Who doesn’t love cinnamon rolls?
Warm from the oven, topped with creamy icing, there are few breakfast treats that can compare, in my opinion.
I stayed away from making cinnamon rolls at home because I was hesitant to try out a recipe that called for kneading. I had many unsuccessful past attempts where my end-result resembled a door stop.
The kneading process develops the gluten in the dough, which gives it body. Plus, it’s a good workout and very rewarding. If your grandmother or great-grandmother was a baker, I bet she had fantastic arms!
I finally got the hang of it with my Pebble Top Oatmeal Bread and learned a few valuable lessons.
1. The dough is very sticky when you start to knead it, and it will cling to whatever surface you’re kneading on if you don’t liberally dust it. So, flour first and gradually add more as you knead, and be careful to not add too much. As soon as your dough is smooth and it bounces back when you press a finger into it, you’ve added enough.
2. Pay attention to your recipe and follow kneading times carefully. Different doughs require different levels of work – a softer bread needs less time (usually 6-8 minutes), while a chewy bread (like a french baguette) requires more time (usually 10 minutes).
3. To knead, place your dough ball on your floured surface, fold it in half, and push the dough with the heels of your hand. Turn the dough a quarter of a turn, and continue in this rhythm for the prescribed time.
It should look like this when you’re done:
Let’s put this kneading knowledge to use with some delicious cinnamon rolls (the complete recipe is below).
After you have kneaded the dough, let it rise in a warm spot (my house is cold, so I place it in the oven, set to 170 F) in a large bowl coated with non-stick cooking spray, tightly covered with plastic wrap. The dough needs to double in size, which takes about two hours. After the dough has doubled, punch it down and roll it out to a 15 x 11 inch rectangle.
Combine the butter, brown sugar, and cinnamon, and spread the mixture over the dough, leaving a 1/2-inch border.
Roll the dough into a log, lengthwise. When it’s rolled, pinch along the seam to seal.
Use dental floss (wrap the floss under the dough and pull the ends toward each other, through the dough) for clean cuts, or a sharp knife, and cut the dough into equal slices (1/2 – 3/4 inch pieces). In this batch, this yielded about 20 rolls.
Place the rolls, lining them up next to each other, in a parchment-lined 13 x 9 glass baking pan, and cover the dish tightly with plastic wrap. You can also use two smaller round or square pans.
At this point you can either let the rolls rise in a warm place until doubled, or refrigerate them overnight (a great idea if you’d like to have warm cinnamon rolls in the morning but don’t want to wake up early!). If you refrigerate overnight, let the rolls come to room temperature (about an hour), then place in a warm place (30 to 40 minutes) until they are doubled in size.
This is also a good time to make your cream cheese frosting. Simply beat softened cream cheese, powdered sugar, butter, vanilla, and salt until combined.
Once the rolls are doubled, take off the plastic wrap and bake at 350 F until the tops are golden, about 18 to 23 minutes. Remove from oven and let cool slightly. Spread rolls with the cream cheese frosting while still warm, and enjoy!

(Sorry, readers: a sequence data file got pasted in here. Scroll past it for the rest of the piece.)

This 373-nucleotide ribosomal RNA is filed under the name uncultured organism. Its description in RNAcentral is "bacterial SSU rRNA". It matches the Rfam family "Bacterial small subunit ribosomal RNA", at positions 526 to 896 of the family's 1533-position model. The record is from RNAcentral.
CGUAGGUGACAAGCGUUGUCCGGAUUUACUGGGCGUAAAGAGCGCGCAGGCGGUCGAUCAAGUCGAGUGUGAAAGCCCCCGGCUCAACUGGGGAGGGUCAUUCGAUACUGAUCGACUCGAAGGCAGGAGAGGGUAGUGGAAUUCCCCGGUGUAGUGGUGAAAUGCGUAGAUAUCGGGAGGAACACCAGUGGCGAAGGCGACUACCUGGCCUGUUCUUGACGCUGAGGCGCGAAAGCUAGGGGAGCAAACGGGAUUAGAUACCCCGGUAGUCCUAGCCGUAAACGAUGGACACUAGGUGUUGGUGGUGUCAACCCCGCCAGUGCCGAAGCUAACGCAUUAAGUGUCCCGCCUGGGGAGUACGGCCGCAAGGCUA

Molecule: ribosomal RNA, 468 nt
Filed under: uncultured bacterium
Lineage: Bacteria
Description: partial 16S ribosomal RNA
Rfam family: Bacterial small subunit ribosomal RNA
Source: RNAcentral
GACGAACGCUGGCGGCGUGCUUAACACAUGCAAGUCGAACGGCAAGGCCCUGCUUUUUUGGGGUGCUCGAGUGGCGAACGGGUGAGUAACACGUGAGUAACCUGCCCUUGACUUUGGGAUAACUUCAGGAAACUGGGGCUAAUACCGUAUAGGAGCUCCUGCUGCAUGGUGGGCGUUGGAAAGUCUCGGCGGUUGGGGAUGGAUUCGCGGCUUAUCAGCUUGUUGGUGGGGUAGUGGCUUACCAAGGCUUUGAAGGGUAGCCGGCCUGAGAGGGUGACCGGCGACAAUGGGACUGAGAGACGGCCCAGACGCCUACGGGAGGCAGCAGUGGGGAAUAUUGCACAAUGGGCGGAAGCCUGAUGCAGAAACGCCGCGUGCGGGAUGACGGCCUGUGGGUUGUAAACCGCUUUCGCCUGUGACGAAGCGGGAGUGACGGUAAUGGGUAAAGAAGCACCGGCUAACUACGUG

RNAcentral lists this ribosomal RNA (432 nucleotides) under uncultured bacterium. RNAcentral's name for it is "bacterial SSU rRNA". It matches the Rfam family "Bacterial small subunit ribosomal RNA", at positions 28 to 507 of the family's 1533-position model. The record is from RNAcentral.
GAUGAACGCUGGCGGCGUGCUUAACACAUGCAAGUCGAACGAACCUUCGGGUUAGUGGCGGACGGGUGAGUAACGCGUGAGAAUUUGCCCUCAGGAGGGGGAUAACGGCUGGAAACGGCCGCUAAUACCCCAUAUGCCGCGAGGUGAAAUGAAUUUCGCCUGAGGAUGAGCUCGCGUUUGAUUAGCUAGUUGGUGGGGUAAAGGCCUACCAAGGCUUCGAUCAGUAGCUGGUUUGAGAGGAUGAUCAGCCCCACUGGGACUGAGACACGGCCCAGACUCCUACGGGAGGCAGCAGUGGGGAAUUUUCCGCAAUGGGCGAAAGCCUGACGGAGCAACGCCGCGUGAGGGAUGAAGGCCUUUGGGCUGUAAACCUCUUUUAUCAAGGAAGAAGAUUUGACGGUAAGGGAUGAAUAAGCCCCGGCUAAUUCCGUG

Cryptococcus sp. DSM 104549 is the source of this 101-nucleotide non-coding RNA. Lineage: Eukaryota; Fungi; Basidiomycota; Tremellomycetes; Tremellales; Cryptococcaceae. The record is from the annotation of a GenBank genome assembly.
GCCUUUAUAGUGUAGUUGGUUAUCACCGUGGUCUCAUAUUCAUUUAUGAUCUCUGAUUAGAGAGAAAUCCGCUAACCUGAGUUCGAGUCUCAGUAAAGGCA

Cinnamon Rolls with Cream Cheese Frosting
Makes approximately 20 rolls
For the rolls:
1 cup milk
3 tablespoons butter
3 1/2 – 3 3/4 cups flour
1/2 cup sugar
1 envelope rapid rise yeast (or 2 1/4 teaspoons)
1 teaspoon kosher salt
3/4 cup brown sugar
3 tablespoons cinnamon
4 tablespoons butter, softened
For the frosting:
4 ounces cream cheese, softened
1 cup powdered sugar
4 tablespoons butter, softened
1 teaspoon vanilla
1/4 teaspoon kosher salt
1. Combine the milk and butter in a glass measuring cup and heat in the microwave until butter melts and the mixture is 120 to 130 F (it should be warm, not hot, when you stick your finger in), about 30 to 45 seconds.
2. Pour the milk mixture in the bowl of a standing mixer and add 1 cup of the flour, the sugar, egg, yeast and salt. Beat on low for 3 minutes. Add the remaining 2 1/2 cups of flour and beat on low until the dough forms a ball and is pulling away from the sides of the bowl. Add a tablespoon or more of flour if the dough is too sticky.
3. Dump the dough on a floured board or surface and knead for 6 to 8 minutes, adding more flour as necessary, until dough is smooth and elastic. Transfer dough to a large bowl sprayed with non-stick cooking spray and wrap tightly with plastic wrap. Let rise in a warm place until doubled – about 2 hours.
4. Combine brown sugar, cinnamon and butter in a small bowl. Punch down dough and roll out into a 15 x 11 rectangle. Spread the brown sugar mixture evenly over the dough, leaving a 1/2 inch border.
5. Roll the dough lengthwise into a log, and pinch along the seam to seal. Use dental floss (wrap the floss under the dough and pull the ends toward and past each other, through the dough) for clean cuts, or a sharp knife, and cut the dough into equal slices (1/2 to 3/4 inch pieces).
6. Place the rolls, lining them up next to each other, in a parchment-lined 13 x 9 glass baking pan and cover the dish tightly with plastic wrap. You can also use two smaller round or square pans. Let the rolls rise in a warm place until doubled, or refrigerate overnight. If you refrigerate overnight, let the rolls come to room temperature (about an hour), then let them rise in a warm place until they are doubled in size.
7. Remove plastic wrap and bake at 350 F until tops are golden, 18 to 23 minutes. Remove from the oven, and let them cool slightly.
8. Beat softened cream cheese, powdered sugar, butter, vanilla and salt until smooth and well-combined. Spread rolls with the cream cheese frosting while still warm.